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Sunday, March 28, 2010

Holy Monday


Monday in Holy Week.
Station formerly at the "Church of the bandage"
now called SS Nerus and Achilleo
(Titulus "de fasciola", SS. Nereo ed Achilleo.)

Titulus de fasciola

The basilica "de fasciola",
which very old tradition connects with St. Peter,
at the time when he sought, by leaving Rome,
to escape from persecution.
Near the first milestone on the Via Appia,
the Apostle stopped to replace the bandage (fasciola)
which covered the wound in his leg caused by the fetters
that he had worn in prison.
At that moment Christ Himself appeared to him
as He was going towards Rome.
Domine quo vadis?
Lord wither goest Thou?

Peter enquired of his Divine Master.
Eo Romam iterum crucifigi
,
I go to Rome to be crucified again,
answered Our Lord.
The vision passed and Peter understood from these words
that it was in the person of His first Vicar
that Christ was to be put to death in Rome,
so, obedient to the implied command,
he returned in all haste to the city.

Domine quo vadis?
This account is of very great antiquity,
and it gathers support from the very name,
de fasciola - of the bandage,
given to the church
as far back as the beginning of the 4th century.
It now has the dedication to Saints Nereus and Achilleus,
officers in the service of the imperial family,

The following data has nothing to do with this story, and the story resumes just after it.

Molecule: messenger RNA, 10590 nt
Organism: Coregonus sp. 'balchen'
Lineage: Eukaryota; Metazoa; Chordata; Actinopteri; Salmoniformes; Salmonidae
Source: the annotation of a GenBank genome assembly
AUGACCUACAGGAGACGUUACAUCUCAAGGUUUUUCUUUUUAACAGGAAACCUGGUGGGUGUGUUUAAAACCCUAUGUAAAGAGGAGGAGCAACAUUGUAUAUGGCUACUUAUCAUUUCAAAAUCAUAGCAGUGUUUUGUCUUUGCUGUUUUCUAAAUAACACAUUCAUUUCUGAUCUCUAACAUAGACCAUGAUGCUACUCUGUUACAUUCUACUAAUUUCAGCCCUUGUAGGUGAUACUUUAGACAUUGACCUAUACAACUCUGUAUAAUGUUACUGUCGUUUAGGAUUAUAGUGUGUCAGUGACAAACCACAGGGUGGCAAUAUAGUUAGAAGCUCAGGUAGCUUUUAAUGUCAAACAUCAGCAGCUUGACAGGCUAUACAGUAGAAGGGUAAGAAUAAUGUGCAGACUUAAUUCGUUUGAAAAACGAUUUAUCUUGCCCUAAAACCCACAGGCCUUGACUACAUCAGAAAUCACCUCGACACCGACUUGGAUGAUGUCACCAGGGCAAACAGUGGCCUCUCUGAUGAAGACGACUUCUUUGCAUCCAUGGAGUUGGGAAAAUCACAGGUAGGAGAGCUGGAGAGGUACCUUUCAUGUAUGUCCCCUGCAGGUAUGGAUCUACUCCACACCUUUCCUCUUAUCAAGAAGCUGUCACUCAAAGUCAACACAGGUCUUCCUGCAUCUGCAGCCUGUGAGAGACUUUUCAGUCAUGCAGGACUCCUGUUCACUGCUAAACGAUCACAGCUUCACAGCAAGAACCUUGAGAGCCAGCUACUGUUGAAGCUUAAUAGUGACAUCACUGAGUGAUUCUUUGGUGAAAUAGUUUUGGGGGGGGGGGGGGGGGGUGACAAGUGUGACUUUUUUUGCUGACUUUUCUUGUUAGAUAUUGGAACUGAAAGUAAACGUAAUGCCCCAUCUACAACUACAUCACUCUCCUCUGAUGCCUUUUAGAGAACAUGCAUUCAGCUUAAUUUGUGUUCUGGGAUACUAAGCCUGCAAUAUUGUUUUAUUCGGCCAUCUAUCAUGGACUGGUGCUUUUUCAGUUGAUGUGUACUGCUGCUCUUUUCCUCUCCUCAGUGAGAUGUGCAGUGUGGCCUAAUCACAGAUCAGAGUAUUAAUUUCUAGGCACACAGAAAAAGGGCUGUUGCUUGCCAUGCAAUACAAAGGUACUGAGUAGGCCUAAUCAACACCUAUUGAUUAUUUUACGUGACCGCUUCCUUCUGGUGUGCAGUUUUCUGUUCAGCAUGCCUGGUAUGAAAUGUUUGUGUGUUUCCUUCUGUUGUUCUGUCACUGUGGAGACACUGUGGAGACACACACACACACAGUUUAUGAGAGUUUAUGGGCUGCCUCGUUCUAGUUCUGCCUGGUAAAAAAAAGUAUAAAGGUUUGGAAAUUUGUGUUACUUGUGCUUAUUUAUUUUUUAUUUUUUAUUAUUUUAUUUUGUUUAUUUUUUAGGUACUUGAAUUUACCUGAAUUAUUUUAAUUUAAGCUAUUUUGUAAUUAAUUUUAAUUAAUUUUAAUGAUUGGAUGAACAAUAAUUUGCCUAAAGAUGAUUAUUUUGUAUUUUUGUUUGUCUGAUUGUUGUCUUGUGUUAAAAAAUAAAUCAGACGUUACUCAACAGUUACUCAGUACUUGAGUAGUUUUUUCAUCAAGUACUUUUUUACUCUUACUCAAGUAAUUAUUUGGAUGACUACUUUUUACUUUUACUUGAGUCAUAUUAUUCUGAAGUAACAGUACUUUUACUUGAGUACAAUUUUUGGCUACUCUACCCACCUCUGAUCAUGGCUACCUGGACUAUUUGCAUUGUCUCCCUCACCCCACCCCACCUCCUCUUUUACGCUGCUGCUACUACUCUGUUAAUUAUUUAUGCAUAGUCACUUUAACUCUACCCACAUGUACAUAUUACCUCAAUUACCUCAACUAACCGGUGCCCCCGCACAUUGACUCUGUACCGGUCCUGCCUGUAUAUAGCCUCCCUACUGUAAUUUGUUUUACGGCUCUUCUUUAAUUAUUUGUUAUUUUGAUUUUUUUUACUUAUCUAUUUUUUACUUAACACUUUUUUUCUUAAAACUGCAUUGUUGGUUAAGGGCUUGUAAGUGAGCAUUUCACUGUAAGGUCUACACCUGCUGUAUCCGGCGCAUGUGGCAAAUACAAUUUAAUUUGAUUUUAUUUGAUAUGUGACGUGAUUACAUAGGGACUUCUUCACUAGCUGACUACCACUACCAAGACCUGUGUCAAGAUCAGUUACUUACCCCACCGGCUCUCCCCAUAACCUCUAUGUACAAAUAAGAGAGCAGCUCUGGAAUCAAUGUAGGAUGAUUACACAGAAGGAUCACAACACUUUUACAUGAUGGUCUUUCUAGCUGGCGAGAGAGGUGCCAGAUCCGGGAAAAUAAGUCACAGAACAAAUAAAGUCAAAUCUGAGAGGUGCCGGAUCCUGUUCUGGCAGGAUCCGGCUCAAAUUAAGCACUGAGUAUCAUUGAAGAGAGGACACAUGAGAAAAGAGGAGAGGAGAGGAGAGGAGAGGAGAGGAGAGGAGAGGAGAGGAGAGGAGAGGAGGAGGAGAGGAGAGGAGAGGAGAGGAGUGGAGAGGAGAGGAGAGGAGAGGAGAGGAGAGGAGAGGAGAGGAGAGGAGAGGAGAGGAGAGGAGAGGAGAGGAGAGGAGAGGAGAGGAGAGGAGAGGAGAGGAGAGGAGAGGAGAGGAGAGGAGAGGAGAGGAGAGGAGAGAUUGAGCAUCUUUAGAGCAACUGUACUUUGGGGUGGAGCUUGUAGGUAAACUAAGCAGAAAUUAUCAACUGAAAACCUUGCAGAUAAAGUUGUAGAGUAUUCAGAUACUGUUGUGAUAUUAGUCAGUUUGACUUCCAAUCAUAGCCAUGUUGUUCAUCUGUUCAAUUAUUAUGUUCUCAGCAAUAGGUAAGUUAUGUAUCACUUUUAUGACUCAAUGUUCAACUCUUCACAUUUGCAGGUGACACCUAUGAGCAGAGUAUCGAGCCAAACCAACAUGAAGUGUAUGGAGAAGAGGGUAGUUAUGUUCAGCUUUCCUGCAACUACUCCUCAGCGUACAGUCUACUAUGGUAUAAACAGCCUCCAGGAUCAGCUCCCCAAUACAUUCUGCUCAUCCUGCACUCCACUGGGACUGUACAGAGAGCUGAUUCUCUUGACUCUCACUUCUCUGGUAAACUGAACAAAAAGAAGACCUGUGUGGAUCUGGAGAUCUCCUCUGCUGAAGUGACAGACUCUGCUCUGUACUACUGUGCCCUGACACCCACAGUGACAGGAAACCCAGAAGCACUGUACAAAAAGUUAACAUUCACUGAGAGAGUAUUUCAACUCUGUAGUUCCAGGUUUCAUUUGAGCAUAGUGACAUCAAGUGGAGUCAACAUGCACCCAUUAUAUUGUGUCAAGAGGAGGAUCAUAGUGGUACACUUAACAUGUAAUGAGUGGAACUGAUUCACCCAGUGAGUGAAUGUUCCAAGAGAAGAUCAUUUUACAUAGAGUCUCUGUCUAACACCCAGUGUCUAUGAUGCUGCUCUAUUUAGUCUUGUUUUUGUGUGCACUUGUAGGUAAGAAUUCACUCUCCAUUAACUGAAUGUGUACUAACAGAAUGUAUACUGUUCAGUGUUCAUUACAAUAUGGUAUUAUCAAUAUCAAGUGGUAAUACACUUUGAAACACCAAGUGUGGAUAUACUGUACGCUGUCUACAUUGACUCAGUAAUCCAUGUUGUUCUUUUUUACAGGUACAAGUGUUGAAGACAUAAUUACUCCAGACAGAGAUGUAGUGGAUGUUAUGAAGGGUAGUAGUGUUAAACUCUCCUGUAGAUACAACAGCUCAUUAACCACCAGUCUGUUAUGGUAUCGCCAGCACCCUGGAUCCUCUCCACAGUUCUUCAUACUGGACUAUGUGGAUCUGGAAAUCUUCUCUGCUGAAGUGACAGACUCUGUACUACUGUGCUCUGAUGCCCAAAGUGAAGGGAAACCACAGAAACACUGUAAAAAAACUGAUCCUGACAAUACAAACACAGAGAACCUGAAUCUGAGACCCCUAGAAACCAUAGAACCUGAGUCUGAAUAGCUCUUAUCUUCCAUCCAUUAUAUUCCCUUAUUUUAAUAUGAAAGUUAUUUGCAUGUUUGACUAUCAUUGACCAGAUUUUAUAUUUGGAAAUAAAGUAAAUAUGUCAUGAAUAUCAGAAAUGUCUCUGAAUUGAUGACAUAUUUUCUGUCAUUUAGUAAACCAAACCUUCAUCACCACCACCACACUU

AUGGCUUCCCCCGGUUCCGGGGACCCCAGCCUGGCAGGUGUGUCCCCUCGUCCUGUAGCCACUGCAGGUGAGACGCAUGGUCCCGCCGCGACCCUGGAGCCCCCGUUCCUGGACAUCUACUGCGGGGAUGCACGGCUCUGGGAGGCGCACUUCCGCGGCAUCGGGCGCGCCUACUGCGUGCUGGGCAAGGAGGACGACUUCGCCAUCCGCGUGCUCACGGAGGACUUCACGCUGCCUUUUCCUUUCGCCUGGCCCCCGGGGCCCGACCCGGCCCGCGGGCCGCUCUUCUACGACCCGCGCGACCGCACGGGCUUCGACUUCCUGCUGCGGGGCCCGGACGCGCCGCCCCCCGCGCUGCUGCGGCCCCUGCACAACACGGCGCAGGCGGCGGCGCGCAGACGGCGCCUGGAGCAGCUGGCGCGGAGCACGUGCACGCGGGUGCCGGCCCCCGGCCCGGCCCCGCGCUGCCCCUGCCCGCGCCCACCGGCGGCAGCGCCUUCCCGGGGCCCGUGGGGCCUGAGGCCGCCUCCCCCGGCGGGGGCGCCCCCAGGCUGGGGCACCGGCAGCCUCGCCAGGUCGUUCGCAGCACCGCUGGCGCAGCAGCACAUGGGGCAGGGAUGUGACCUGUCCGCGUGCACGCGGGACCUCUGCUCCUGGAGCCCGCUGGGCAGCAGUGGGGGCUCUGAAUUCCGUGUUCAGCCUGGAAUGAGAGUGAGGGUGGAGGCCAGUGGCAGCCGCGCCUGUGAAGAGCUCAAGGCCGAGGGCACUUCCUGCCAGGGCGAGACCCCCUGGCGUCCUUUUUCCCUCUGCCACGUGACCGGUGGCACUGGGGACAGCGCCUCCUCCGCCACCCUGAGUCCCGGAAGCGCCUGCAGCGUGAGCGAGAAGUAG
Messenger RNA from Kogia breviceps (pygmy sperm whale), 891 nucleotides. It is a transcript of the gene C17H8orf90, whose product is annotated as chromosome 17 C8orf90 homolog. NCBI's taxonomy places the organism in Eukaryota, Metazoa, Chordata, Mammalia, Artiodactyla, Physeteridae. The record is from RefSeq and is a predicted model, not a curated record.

who had been converted to the faith by St. Peter himself.

St Praxedes

Holy Monday
Station at St Praxedes.
(S. Prassede.)

Our present missal assigns today's station
to the Church of St Praxedes,
an arrangement which dates from the end of the Middle Ages,
when the Church "de fasciola" was completely abandoned;
deserted,
as was the whole area of the Via Appia,
on account of malaria.

The titulus Praxedis, on the Esquiline,
appears for the first time in an inscription in the year A.D. 491.
Under the high altar lies the body of St. Praxedes.
In a crypt under the sanctuary are numerous bodies of martyrs
removed by Paschal I from the cemeteries outside Rome.
This basilica by reason of its antiquity,
its monuments
and the sacred relics which it contains,
may well be considered as
one of the most famous sancturies of Christian Rome.




1 comment:

Anne B said...

I never understood the Quo Vadis story till today! I thought it meant that if Peter "ran away" he would have been causing Christ more suffering or have been making himself still more responsible (as we all are) for the Crucifixion that Our Lord had already suffered.
Thank you for this new light or insight which is really a confirmation of the Doctrine of the Mystical Body. (As St. Paul put it "I fill up in my body what is wanting in the sufferings of Christ.")

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